When discrimination or harassment happens in your workplace, it can be instinctive to go to HR or your senior managers to report the incident – especially when California is one of the most worker-friendly states in the country, and your right to workplace safety should be stringently protected. Yet suddenly you find that your complaint is brushed off, dismissed, and you begin seeing negative actions taken toward you in retaliation. You may receive a demotion, or be assigned to less than favorable projects or have lucrative clients taken from you. When this happens, it is called unlawful retaliation.
The Society for Human Resource Management defines unlawful retaliation as any adverse action taken by an employer, labor organization or employment agency against an employee engaging in protected actions. By “protected actions” they refer to the right you and all other employees have under California law to file complaints for discrimination, harassment or other workplace misconduct without being further penalized in or out of the workplace.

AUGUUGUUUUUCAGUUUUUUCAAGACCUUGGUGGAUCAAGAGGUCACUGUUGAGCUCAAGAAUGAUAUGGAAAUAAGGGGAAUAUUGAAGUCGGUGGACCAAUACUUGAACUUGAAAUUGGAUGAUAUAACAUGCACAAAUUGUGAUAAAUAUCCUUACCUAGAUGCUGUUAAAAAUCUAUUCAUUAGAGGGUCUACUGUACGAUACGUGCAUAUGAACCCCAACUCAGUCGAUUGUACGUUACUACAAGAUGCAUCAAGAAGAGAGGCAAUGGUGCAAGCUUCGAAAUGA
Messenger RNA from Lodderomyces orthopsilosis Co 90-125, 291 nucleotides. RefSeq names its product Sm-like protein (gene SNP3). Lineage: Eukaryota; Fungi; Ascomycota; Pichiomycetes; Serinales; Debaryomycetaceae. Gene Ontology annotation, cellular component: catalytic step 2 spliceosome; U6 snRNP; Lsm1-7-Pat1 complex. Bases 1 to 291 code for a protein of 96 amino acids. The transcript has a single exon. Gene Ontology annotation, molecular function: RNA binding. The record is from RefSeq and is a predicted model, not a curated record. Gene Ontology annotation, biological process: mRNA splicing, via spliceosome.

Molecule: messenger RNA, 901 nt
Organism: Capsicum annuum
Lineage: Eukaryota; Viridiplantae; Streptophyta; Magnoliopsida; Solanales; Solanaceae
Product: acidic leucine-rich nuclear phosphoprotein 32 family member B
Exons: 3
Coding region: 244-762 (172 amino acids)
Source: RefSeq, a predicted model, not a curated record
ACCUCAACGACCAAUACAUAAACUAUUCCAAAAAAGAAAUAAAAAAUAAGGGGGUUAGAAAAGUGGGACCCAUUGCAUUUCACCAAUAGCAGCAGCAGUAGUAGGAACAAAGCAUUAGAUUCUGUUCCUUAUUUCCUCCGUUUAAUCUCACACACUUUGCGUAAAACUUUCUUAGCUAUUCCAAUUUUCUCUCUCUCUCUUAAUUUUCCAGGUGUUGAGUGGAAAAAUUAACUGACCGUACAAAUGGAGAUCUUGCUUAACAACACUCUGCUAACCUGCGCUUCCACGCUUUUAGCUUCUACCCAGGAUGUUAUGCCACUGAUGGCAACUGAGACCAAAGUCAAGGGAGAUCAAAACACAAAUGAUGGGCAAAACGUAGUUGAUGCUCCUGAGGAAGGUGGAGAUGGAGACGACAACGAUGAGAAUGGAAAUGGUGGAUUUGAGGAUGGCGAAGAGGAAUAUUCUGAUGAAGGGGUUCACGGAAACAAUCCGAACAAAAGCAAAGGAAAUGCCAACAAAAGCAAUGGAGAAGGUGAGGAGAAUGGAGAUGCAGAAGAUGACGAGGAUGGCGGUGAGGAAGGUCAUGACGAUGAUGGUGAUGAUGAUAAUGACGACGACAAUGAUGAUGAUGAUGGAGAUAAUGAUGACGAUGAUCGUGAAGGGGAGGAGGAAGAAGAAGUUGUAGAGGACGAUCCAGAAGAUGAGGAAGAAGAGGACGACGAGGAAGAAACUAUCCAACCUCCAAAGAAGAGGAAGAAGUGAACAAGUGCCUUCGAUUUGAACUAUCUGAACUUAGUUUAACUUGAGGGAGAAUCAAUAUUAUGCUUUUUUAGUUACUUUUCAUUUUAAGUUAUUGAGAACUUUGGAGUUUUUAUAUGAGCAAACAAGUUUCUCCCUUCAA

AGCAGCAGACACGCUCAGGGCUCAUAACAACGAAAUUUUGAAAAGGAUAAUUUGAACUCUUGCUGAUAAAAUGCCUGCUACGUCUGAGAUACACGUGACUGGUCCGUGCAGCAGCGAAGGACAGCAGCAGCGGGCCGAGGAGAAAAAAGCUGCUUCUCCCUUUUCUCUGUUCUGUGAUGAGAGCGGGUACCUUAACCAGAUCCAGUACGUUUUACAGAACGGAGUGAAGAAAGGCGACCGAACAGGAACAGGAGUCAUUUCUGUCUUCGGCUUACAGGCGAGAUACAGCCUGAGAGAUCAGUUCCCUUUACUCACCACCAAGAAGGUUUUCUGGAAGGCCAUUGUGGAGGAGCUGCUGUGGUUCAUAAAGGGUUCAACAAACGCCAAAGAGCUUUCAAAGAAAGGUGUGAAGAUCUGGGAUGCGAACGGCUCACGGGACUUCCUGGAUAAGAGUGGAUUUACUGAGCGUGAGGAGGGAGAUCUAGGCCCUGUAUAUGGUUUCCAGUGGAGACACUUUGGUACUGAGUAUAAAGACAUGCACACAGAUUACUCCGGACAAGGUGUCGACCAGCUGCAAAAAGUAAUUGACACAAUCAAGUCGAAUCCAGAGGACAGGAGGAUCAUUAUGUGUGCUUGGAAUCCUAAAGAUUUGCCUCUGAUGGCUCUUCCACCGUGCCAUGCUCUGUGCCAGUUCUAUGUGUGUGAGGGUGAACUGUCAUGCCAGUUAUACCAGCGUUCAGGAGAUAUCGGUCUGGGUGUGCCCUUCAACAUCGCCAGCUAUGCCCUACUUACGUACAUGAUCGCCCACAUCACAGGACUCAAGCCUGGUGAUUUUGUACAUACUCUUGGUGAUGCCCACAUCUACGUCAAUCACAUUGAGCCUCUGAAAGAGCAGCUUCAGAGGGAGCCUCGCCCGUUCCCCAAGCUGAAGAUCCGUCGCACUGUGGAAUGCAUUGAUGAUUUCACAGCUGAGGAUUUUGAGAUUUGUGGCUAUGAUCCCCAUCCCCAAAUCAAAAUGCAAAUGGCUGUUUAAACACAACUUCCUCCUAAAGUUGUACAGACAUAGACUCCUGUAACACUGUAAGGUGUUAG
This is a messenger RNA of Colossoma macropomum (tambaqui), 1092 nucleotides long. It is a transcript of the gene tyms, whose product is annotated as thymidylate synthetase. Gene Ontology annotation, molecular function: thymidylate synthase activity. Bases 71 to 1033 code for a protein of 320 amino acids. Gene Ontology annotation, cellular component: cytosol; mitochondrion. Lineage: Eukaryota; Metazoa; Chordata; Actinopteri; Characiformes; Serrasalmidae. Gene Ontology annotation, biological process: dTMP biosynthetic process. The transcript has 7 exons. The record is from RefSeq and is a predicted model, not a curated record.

With corporate ethics a rather hot subject at the moment, the matter of unlawful retaliation is currently at the forefront of many companies’ efforts to improve their HR and legal compliance. This includes abiding by California’s laws regarding fair labor practices. If you reported an incident to your company’s leadership and were subsequently punished in some way, it may count as unlawful retaliation.
This article does not constitute legal advice, and should be considered an information resource only. Please do not use it over the counsel of a qualified lawyer.